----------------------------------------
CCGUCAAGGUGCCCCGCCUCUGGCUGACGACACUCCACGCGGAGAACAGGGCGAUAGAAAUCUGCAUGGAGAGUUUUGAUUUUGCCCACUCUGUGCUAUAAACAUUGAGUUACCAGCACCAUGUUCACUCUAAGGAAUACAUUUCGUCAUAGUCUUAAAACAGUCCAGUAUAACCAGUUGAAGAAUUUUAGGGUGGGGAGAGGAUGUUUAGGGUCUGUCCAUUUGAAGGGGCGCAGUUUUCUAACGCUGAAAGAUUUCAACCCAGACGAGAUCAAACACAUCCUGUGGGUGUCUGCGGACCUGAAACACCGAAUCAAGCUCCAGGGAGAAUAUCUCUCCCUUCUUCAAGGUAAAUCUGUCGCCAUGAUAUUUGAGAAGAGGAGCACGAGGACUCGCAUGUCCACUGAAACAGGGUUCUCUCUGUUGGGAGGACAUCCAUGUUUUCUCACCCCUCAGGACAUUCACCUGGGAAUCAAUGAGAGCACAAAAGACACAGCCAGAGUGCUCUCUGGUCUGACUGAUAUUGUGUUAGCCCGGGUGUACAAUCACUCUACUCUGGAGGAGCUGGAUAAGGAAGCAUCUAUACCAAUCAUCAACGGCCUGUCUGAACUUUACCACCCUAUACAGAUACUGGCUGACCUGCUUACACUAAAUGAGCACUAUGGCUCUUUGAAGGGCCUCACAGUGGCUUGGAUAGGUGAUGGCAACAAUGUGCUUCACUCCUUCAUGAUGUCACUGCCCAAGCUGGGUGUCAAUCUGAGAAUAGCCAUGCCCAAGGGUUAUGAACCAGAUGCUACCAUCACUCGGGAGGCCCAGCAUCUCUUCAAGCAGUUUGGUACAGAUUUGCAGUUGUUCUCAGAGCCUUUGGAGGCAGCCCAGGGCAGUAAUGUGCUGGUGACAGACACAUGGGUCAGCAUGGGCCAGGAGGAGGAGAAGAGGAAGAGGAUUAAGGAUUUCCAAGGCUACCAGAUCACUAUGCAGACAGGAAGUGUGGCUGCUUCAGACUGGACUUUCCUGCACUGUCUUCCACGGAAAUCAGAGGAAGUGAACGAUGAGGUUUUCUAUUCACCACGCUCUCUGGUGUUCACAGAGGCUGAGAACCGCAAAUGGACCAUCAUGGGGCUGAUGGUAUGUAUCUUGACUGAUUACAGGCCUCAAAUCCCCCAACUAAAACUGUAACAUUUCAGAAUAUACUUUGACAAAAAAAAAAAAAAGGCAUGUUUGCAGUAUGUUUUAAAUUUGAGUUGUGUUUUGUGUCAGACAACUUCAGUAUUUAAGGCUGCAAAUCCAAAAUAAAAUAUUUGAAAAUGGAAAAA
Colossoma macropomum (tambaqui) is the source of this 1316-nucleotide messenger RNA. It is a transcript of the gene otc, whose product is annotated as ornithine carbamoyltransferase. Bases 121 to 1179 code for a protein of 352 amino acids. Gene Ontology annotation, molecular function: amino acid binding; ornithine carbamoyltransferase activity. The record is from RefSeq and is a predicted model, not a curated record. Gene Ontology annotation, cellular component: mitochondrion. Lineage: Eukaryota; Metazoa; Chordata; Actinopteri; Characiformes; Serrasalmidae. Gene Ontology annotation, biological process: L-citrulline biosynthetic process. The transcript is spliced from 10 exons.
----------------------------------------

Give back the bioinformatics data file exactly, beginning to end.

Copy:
CCGUCAAGGUGCCCCGCCUCUGGCUGACGACACUCCACGCGGAGAACAGGGCGAUAGAAAUCUGCAUGGAGAGUUUUGAUUUUGCCCACUCUGUGCUAUAAACAUUGAGUUACCAGCACCAUGUUCACUCUAAGGAAUACAUUUCGUCAUAGUCUUAAAACAGUCCAGUAUAACCAGUUGAAGAAUUUUAGGGUGGGGAGAGGAUGUUUAGGGUCUGUCCAUUUGAAGGGGCGCAGUUUUCUAACGCUGAAAGAUUUCAACCCAGACGAGAUCAAACACAUCCUGUGGGUGUCUGCGGACCUGAAACACCGAAUCAAGCUCCAGGGAGAAUAUCUCUCCCUUCUUCAAGGUAAAUCUGUCGCCAUGAUAUUUGAGAAGAGGAGCACGAGGACUCGCAUGUCCACUGAAACAGGGUUCUCUCUGUUGGGAGGACAUCCAUGUUUUCUCACCCCUCAGGACAUUCACCUGGGAAUCAAUGAGAGCACAAAAGACACAGCCAGAGUGCUCUCUGGUCUGACUGAUAUUGUGUUAGCCCGGGUGUACAAUCACUCUACUCUGGAGGAGCUGGAUAAGGAAGCAUCUAUACCAAUCAUCAACGGCCUGUCUGAACUUUACCACCCUAUACAGAUACUGGCUGACCUGCUUACACUAAAUGAGCACUAUGGCUCUUUGAAGGGCCUCACAGUGGCUUGGAUAGGUGAUGGCAACAAUGUGCUUCACUCCUUCAUGAUGUCACUGCCCAAGCUGGGUGUCAAUCUGAGAAUAGCCAUGCCCAAGGGUUAUGAACCAGAUGCUACCAUCACUCGGGAGGCCCAGCAUCUCUUCAAGCAGUUUGGUACAGAUUUGCAGUUGUUCUCAGAGCCUUUGGAGGCAGCCCAGGGCAGUAAUGUGCUGGUGACAGACACAUGGGUCAGCAUGGGCCAGGAGGAGGAGAAGAGGAAGAGGAUUAAGGAUUUCCAAGGCUACCAGAUCACUAUGCAGACAGGAAGUGUGGCUGCUUCAGACUGGACUUUCCUGCACUGUCUUCCACGGAAAUCAGAGGAAGUGAACGAUGAGGUUUUCUAUUCACCACGCUCUCUGGUGUUCACAGAGGCUGAGAACCGCAAAUGGACCAUCAUGGGGCUGAUGGUAUGUAUCUUGACUGAUUACAGGCCUCAAAUCCCCCAACUAAAACUGUAACAUUUCAGAAUAUACUUUGACAAAAAAAAAAAAAAGGCAUGUUUGCAGUAUGUUUUAAAUUUGAGUUGUGUUUUGUGUCAGACAACUUCAGUAUUUAAGGCUGCAAAUCCAAAAUAAAAUAUUUGAAAAUGGAAAAA
Colossoma macropomum (tambaqui) is the source of this 1316-nucleotide messenger RNA. It is a transcript of the gene otc, whose product is annotated as ornithine carbamoyltransferase. Bases 121 to 1179 code for a protein of 352 amino acids. Gene Ontology annotation, molecular function: amino acid binding; ornithine carbamoyltransferase activity. The record is from RefSeq and is a predicted model, not a curated record. Gene Ontology annotation, cellular component: mitochondrion. Lineage: Eukaryota; Metazoa; Chordata; Actinopteri; Characiformes; Serrasalmidae. Gene Ontology annotation, biological process: L-citrulline biosynthetic process. The transcript is spliced from 10 exons.